Treatment efforts include both psychological and pharmacological approaches. A number of psychological therapies are effective in the treatment of Substance Abuse or Dependence. Brief, motivationally focused interventions are effective for individuals with milder problems, and they also may enhance treatment outcomes when combined with ongoing treatments (Bien, Miller, & Tonigan, 1993). Cognitive-behavioral therapies, including community reinforcement treatment, relapse prevention, social skills training, and behavioral couples therapy, have good support for their effectiveness in treating Alcohol Dependence (McCrady &
Langenbucher, 1996). Community reinforcement combined with the use of vouchers (Higgins et al., 1994), and family therapy (Liddle & Dakof, 1995) are effective in treating drug dependence. Outcomes for those who complete long-term treatment in therapeutic communities are good, but dropout rates are high (Simpson & Curry, 1997). Treatments to facilitate involvement with self-help groups such as Alcoholics Anonymous or Narcotics Anonymous also are effective (Project MATCH Research Group, 1997), and continued active participation in self-help groups is correlated with better outcomes.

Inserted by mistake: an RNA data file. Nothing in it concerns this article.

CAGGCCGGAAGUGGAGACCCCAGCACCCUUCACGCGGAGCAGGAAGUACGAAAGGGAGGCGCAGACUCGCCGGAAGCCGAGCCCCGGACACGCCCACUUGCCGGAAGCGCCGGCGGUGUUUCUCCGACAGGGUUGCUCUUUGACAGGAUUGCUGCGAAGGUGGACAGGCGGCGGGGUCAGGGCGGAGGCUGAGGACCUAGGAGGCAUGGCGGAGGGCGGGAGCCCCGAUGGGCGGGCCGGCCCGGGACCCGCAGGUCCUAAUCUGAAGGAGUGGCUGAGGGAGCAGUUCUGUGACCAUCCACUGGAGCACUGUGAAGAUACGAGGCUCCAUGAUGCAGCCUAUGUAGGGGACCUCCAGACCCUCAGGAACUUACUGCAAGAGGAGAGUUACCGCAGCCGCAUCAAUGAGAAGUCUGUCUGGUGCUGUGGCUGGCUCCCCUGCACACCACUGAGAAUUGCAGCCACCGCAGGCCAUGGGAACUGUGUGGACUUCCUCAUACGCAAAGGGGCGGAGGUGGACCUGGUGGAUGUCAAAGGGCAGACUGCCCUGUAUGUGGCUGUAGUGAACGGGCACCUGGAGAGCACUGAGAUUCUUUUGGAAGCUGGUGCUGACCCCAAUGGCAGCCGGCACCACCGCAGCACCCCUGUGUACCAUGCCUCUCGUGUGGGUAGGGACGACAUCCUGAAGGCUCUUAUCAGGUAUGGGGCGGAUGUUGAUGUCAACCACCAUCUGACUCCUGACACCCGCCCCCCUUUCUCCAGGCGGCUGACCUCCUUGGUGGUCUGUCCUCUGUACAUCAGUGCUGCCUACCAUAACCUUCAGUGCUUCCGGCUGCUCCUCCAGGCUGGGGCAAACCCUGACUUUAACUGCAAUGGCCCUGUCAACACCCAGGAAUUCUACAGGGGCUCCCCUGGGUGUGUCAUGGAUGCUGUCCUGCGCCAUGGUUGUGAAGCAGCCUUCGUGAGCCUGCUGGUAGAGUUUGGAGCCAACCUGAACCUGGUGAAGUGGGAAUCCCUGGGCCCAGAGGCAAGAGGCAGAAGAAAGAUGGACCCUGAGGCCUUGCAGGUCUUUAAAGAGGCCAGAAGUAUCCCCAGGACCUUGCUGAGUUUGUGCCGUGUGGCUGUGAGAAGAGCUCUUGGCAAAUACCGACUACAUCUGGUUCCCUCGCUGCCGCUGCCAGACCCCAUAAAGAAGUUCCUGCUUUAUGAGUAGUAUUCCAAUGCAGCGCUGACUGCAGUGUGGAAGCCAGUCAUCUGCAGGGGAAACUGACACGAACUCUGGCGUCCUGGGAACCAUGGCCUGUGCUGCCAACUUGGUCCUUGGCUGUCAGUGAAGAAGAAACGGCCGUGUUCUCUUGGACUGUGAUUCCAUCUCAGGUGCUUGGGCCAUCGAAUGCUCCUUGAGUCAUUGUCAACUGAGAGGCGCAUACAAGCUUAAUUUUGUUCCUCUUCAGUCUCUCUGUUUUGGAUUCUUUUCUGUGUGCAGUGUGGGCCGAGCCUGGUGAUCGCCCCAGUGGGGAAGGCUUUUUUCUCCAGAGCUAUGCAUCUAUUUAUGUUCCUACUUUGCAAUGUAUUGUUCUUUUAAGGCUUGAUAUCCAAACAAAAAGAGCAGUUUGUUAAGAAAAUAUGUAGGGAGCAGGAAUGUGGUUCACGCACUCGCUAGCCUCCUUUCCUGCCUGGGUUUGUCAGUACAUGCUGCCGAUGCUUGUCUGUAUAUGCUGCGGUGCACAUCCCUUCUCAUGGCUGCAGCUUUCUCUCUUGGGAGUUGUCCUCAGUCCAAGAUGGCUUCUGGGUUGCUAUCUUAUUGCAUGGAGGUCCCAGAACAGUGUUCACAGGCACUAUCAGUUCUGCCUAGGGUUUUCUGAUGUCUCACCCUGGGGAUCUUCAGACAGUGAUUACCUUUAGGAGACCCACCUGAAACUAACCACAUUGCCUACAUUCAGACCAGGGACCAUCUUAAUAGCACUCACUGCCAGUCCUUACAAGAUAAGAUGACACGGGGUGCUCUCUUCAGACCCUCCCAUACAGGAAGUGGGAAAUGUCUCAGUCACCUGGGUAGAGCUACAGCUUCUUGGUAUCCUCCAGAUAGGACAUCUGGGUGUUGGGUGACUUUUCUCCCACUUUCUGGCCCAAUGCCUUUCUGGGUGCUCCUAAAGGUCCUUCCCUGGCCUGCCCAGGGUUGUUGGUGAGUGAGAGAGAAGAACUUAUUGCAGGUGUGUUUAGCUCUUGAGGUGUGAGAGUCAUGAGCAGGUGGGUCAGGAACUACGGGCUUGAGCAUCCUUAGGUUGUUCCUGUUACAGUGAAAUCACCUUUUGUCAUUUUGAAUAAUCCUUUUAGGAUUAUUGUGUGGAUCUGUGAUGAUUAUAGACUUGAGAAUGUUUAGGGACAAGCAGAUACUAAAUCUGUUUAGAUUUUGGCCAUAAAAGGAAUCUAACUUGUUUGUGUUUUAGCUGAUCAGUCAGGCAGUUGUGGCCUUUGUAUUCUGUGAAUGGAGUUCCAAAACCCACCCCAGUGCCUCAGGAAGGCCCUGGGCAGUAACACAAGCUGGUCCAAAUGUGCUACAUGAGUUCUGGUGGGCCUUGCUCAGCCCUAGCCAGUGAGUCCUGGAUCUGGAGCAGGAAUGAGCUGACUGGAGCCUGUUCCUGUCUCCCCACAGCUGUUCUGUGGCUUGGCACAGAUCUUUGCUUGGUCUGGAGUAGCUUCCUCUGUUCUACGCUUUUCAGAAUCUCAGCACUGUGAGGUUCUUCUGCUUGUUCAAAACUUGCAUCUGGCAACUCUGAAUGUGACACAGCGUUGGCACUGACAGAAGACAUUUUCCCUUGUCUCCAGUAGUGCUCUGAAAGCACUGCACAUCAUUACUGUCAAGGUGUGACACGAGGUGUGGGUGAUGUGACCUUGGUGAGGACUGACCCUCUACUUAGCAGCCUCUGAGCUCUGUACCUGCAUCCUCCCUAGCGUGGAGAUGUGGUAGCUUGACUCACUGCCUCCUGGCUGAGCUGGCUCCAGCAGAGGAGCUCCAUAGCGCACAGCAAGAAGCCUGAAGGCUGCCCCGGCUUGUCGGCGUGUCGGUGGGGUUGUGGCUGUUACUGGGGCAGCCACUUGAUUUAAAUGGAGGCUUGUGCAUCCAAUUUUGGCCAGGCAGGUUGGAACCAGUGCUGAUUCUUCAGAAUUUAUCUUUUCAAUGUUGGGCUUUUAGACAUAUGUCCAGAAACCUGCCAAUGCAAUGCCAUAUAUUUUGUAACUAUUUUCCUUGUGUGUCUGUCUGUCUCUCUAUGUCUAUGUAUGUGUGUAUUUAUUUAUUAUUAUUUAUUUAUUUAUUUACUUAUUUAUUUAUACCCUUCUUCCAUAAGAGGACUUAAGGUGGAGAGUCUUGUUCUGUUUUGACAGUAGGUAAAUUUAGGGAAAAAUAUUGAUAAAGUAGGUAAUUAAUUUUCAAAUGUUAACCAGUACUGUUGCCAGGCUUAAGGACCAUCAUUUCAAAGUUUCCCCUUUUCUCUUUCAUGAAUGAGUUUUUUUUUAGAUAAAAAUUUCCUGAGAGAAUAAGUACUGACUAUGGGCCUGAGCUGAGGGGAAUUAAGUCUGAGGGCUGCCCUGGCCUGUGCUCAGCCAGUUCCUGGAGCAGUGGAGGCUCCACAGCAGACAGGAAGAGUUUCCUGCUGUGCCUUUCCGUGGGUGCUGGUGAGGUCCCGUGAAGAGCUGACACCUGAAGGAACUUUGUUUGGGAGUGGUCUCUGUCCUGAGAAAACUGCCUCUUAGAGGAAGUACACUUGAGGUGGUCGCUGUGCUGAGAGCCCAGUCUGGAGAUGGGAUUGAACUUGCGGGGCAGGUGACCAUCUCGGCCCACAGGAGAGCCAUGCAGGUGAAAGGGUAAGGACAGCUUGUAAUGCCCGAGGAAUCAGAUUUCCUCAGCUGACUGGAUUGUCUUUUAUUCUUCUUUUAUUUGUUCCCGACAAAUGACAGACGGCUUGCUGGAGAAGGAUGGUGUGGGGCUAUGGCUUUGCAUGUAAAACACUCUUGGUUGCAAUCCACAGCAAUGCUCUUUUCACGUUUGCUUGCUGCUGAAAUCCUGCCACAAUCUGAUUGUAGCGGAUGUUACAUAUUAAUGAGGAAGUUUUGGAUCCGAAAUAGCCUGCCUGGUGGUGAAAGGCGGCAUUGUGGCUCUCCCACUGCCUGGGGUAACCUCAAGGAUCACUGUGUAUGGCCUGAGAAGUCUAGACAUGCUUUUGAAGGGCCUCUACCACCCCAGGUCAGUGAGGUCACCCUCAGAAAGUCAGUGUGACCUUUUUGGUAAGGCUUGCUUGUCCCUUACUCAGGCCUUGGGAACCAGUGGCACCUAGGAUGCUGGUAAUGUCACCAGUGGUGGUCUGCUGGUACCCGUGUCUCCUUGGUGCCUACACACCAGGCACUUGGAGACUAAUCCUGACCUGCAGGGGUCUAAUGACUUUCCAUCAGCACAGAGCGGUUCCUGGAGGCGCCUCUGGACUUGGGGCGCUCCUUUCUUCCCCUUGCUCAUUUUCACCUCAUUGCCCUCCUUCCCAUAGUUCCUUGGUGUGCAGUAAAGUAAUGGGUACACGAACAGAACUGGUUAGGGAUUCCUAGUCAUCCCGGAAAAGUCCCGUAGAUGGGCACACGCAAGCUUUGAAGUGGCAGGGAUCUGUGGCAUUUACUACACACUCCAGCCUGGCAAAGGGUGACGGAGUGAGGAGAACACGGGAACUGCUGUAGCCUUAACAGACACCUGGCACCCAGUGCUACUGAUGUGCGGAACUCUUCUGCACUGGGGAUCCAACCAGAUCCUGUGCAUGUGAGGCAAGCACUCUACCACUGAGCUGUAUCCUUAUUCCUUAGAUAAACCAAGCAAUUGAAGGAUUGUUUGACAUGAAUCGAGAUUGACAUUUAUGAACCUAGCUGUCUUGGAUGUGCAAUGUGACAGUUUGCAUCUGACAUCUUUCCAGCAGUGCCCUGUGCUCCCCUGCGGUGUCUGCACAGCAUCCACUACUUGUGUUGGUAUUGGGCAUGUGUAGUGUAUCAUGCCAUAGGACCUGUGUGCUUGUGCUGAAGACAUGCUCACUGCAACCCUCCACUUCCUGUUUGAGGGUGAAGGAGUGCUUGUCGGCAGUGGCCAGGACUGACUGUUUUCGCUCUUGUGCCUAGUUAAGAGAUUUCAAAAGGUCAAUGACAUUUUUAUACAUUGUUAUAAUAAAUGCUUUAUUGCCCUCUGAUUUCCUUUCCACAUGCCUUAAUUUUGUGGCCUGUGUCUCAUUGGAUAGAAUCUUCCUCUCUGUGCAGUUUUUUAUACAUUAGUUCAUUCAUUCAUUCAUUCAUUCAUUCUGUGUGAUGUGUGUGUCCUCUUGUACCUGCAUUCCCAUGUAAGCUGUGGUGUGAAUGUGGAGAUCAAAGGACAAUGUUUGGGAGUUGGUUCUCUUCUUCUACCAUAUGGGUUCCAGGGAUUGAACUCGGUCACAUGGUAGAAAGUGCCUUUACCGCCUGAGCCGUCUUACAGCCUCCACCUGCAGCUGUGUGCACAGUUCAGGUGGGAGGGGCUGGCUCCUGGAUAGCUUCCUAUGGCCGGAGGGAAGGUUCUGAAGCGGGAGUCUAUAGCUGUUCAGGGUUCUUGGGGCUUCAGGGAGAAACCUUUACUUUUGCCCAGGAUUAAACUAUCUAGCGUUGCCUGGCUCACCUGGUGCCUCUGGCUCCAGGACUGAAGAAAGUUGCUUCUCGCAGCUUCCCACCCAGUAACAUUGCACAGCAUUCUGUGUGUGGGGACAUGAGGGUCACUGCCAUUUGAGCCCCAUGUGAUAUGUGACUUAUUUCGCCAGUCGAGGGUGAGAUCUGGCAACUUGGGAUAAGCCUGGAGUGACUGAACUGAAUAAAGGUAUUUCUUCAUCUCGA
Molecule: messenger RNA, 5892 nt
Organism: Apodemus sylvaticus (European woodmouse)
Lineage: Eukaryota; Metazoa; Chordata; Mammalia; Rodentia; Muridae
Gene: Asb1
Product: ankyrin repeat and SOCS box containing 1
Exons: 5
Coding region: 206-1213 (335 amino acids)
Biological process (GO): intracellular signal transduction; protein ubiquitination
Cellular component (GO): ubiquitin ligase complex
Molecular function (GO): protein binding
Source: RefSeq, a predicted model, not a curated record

Separate from medications for withdrawal, effective pharmacotherapies to treat substance use disorders are somewhat limited in number. Naltrexone, acamprosate, and disulfiram have evidence supporting their use in the treatment of alcohol dependence. Methadone, LAAM (1-a-acetylmethadol), and buprenorphine have strong evidence of effectiveness in the treatment of opioid dependence. Nicotine replacement products are effective in the initial phases of treatment for nicotine dependence, and bupro-pion appears to be effective for longer-term pharmacother-apy (Barber & O'Brien, 1999).
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